With an uptick in protected bike lanes cropping up across the nation, many college-aged cyclists are hoping to see such lanes on the streets they bike on around campus.
According to the Bikes Belong Foundations Green Lane Project, which works to add what have been dubbed “green lanes” across the nation, municipalities built 40 protected bike lanes in 2012 — nearly two-thirds of the 62 protected lanes constructed between 1874 and 2011.
But while protected bike lanes have begun to appear in several bike-friendly cities, students who live in cities without such cyclist protections still must navigate unsafe streets and a lack of bicycling infrastructure.
Owning a bicycle often makes economical sense for many students, such as University of Washington junior Shane Valle of Seattle, who cannot wish to pay for gas or a car. Bicycles are also easy to store between classes, Valle added, removing the time and money needed to find a parking space.
Yale University sophomore Celine Cuevas, of El Segundo, Calif., said she first began biking when she began a job that was far from where she was living. But in order to take full advantage of her bicycle, Cuevas said she must navigate potholes and streets without green lanes that often see speeding drivers.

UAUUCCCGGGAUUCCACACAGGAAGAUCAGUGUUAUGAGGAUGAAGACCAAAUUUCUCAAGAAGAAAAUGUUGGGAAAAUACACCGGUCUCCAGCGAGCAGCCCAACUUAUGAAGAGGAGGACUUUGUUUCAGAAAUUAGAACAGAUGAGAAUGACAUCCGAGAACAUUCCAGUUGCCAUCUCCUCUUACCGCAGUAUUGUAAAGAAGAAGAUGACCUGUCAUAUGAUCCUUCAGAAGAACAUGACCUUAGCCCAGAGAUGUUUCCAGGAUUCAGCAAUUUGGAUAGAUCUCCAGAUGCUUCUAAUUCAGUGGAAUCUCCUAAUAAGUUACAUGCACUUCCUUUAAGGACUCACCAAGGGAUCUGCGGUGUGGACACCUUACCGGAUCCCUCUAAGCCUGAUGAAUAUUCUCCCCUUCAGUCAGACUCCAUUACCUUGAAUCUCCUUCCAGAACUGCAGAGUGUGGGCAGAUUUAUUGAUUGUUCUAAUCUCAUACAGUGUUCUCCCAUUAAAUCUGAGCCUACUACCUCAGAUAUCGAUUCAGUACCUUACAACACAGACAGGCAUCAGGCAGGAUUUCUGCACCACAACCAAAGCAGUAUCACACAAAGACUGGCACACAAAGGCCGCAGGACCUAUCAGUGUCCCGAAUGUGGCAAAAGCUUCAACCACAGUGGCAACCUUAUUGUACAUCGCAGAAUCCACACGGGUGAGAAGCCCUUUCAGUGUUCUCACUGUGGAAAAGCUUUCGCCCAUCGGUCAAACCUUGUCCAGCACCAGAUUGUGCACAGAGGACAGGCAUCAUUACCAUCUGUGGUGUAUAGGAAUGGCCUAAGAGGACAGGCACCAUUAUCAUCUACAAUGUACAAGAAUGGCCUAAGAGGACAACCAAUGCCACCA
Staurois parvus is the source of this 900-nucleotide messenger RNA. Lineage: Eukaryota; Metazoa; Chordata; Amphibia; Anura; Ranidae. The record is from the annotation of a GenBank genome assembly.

Valle said that none of the streets he bikes on ever offer more than an unprotected bike lane, which do not possess the physical barrier — parked cars, posts or a curb — that green lanes do.
Cyclists ride in a protected bike lane in Chicago.
“More often than not, I find myself riding on the sidewalks even though it is frowned upon,” Valle said. “I feel quite a bit safer up on the curb away from traffic.”
A December 2012 report by the National Highway Traffic Safety Administration showed that nationwide cycling deaths rose 8.7% to 677 from 2010 to 2011, despite deaths from vehicular accidents falling to their lowest point since 1949.
Yale University freshman Matthew Lloyd-Thomas, of Andover, Mass., a member of Yale’s cycling team, said he has barely avoided being struck by a vehicle in unprotected bike lanes. Even bike paths can be “really dangerous” for bikers, Lloyd-Thomas said, as they are usually occupied by roller skaters or joggers with headphones.
Instead, he said he believes green lanes are important not just for the immediate protections they offer, but also for the way in which they shape “irresponsible” driving behavior.
“Having a protected bike lane [on the street] specifically says bikes have a place on the road, and I think that changes how people drive,” Lloyd-Thomas said. “The physical space is important, but changing driving patterns is more important.”
Beyond cyclist safety, however, cities may find that protected bike lanes offer an economic benefits. A study by the New York City Department of Transportation found that small businesses located near protected bike lanes saw stronger growth than the borough average and a Portland State University study discovered that cyclists often spent more at local businesses than drivers.
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